Cotton yarn is unplyed and then the single is further drafted out and reknotted as it was too delicate to stay together.

Loosely woven teatowel is pulled apart and partially unpicked. I did try to remove whole threads to simply open the weave more but that proved too difficult to hold together so I had to make a few cuts to facilitate removal of some of the thread. If I had done it with a larger piece of fabric and then cut the loose weave out later it may have worked.

Even though I cut this seemingly holey sponge as thin as I could it doesn’t really give the airy look that I am going for.

I considered these deconstructed straws some of the more successful. It is helped by the translucency being evident even in the original straws.

Again this starting solid material isn’t too solid already and the deconstruction here is pretty basic but the resulting yarn is a successful light airy yarn.

Some less successful attempts. The left hand cotton interlock tape has not deconstructed at this point to be light and airy. If I continued the process and went over it again with scissors I could probably open it up a bit more.

In the centre is a piece of hand dyed silk/hemp. The surrounding yarn is actually just tangled yarn retrieved from the dryer. I tried to emulate this on the right by washing, manipulating and drying a piece of the silk/hemp but it has not unwound enough in the washing. Again if I had worked with a large piece and then just pulled my “yarn” off the edge at the end I may have had more success.

Exercise 4.3 Re-interpret, re-invent

I have started this section by looking at my materials from the yarn wraps in response to the old masters painting, which was of a girl sewing by Vermeer.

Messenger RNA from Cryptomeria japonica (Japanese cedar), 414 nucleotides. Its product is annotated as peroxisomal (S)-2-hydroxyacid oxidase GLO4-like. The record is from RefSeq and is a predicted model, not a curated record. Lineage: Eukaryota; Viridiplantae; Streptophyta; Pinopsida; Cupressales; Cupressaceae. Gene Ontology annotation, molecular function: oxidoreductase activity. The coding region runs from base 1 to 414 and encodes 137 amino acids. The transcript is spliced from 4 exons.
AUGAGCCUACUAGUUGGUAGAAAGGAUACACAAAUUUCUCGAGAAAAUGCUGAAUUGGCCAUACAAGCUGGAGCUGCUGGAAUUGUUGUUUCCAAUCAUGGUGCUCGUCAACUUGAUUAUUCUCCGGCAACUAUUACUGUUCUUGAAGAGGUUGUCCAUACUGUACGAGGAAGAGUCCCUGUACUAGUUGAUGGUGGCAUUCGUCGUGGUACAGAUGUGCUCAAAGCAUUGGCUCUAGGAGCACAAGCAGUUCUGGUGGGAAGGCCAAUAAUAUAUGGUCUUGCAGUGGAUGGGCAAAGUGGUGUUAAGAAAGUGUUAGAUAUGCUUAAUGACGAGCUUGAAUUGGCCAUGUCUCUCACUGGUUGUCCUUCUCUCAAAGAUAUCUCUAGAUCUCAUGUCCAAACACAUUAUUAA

I’ve tried to include the essential colours across all the five yarns but haven’t included too many colour ways in the one yarn for fear of muddying the colours. I have utilised the sumptuous textures in the painting by including lacy, shiny and velvety materials.

Now I need to create small structures with a technique such as macrame or crochet. I think that the mood of the painting most suggests braiding to me but I’m not sure that I will achieve the firm contour associated with braiding using my yarns.

When I was in Vietnam a couple of years ago I learnt a braiding technique from a lady who ran a craft shop there. I’m going to see if I can remember that and maybe research a bit more around braiding. I can do Kumihumo braiding but I am looking for a more simple flat structure braid here to best display these yarns.

I’ve had a look at a you tube video to remind me of the macrame. I’ve last done macrame maybe 40 years ago and I was excited to try it again. It’s deceptively simple with just a few basic knots as elucidated by Andy Newcombe in this appealing video with its giant macrame ropes 🙂

https://m.youtube.com/watch?v=5wgGSCIOXk0 Viewed 25 March 2017

I’ve also tried to remember the braiding I did in Vietnam but it turned out a bit rough and irregular.

My braiding on left and spiral macrame on the right.